3. Personal networking. Reach out to people you’ve worked with in previous roles to let them know you’re searching for a partner manager role. Attend networking events in your city or online to get to know more partnerships professionals.
  4. BuiltIn. BuiltIn is a U.S.-based recruitment site for tech companies and startups. You can find partner manager jobs in your area and remote options.
  5. Wellfound. Wellfound is a job board and recruiting platform that connects startups with job seekers. You can create an account and profile, then search for partner manager positions.

Other partnerships positions

There are many other roles in partnerships. I won’t dive into them deeply, but will give a quick overview and salary expectations of common partnership positions.

VP of Business Development or Partnerships: A higher executive role that oversees all partnership activities, strategies, and teams. They work closely with the C-suite to align partnerships with overall company strategy.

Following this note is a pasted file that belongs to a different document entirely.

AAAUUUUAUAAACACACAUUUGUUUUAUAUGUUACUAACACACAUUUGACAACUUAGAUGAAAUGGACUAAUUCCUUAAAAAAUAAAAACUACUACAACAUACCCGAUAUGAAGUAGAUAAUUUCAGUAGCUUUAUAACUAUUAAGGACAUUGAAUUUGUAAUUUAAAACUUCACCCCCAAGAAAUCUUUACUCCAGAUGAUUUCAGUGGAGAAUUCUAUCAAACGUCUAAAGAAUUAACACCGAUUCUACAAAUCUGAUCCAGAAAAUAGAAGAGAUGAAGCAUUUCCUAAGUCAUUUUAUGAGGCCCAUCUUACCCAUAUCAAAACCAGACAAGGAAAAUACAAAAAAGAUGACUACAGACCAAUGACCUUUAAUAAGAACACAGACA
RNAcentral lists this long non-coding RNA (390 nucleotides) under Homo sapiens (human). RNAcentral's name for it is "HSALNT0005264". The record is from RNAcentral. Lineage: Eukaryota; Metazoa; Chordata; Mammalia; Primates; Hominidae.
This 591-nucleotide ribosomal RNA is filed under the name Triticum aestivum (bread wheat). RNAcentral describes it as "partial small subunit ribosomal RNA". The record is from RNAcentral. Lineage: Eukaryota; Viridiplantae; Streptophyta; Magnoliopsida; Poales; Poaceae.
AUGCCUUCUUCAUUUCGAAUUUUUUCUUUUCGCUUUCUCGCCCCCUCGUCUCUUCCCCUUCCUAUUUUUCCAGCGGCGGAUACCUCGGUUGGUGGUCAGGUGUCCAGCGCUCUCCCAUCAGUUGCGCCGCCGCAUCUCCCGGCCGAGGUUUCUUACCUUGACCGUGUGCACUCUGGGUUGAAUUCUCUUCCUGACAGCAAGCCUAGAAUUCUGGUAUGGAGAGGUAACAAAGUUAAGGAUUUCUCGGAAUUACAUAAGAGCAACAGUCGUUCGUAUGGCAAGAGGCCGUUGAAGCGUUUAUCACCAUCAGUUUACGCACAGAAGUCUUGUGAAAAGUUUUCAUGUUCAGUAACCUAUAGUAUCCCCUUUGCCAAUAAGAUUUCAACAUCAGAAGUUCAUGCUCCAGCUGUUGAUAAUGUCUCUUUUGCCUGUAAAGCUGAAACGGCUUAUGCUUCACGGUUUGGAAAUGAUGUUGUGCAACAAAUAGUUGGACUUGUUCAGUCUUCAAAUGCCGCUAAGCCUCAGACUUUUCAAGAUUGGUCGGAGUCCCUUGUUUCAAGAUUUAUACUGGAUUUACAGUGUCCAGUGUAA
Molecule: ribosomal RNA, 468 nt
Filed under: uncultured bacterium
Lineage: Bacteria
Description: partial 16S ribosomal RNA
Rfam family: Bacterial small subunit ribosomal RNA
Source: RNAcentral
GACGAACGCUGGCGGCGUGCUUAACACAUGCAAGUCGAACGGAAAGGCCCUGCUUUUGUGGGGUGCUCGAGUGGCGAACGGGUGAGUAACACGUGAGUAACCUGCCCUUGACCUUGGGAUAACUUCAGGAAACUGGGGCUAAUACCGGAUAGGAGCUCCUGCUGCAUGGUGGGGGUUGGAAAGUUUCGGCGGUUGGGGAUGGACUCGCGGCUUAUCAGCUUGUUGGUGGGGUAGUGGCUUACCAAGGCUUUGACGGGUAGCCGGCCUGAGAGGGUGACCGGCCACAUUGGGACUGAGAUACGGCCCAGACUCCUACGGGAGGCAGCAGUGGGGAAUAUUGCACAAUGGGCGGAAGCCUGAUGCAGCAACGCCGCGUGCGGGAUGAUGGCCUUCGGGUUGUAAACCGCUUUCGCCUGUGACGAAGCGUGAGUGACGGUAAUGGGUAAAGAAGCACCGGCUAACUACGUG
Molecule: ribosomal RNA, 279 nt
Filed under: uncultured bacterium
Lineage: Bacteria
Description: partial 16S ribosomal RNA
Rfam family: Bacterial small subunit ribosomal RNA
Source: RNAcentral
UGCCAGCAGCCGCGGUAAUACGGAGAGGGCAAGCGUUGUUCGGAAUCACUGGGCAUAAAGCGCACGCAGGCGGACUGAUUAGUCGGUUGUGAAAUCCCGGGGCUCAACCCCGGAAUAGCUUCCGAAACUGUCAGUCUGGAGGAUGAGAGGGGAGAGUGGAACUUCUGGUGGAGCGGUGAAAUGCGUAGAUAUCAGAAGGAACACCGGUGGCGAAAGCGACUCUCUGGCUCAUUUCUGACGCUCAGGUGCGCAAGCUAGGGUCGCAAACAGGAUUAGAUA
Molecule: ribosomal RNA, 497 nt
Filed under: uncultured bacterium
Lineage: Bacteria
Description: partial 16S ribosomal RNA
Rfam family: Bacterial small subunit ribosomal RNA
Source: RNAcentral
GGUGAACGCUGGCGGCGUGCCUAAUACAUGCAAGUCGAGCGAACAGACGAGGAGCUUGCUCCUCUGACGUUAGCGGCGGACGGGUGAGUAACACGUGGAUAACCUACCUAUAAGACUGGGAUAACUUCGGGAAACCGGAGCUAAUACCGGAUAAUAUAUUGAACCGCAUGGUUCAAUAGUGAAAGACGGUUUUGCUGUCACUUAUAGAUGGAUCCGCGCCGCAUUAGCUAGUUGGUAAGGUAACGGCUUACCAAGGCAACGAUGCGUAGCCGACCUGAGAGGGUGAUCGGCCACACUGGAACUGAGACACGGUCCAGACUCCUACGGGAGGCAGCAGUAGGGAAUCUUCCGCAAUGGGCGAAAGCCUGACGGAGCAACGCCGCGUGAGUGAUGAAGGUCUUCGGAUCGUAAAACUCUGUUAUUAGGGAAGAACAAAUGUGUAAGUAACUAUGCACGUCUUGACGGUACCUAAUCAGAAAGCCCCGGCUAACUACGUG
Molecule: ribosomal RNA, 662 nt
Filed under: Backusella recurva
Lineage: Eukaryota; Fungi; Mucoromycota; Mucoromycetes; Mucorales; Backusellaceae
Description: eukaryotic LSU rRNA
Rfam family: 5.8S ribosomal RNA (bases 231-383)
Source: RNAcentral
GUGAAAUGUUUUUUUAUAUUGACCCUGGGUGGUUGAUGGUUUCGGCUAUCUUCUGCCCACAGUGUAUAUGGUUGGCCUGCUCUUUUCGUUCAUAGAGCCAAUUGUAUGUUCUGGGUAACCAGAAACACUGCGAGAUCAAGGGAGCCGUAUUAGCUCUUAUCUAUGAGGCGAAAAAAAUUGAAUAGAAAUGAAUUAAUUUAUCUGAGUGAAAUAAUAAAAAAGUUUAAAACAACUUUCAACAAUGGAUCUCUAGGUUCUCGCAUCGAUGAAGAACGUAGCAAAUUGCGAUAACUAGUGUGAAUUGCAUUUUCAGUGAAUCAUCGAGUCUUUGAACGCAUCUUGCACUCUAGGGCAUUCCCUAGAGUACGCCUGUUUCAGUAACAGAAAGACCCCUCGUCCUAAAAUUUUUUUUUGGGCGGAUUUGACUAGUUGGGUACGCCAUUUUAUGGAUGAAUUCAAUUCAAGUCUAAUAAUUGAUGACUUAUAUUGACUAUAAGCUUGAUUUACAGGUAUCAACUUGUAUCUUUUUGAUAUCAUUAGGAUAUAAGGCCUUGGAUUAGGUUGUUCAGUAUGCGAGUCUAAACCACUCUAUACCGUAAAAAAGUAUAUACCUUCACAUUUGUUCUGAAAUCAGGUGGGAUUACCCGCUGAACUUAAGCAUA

The average VP of business development salary is $250,000.

The average VP of partnerships salary is $200,000.

Partner Marketing Manager: Focuses on co-marketing efforts with partners. This includes co-branded campaigns, events, webinars, and other marketing activities that benefit both companies.

The average partner marketing manager salary is $114,000.

Partner Operations Manager: Handles the operational aspects of partnerships, such as onboarding, training, reporting, and performance analytics. May handle technology solutions such as partner automation, marketplace, PRM, and setting up integrations.

The average partner operations manager salary is $104,000.

Partner Enablement Manager: Ensures that partners have the necessary tools, resources, and training to effectively sell or integrate the company's product or service.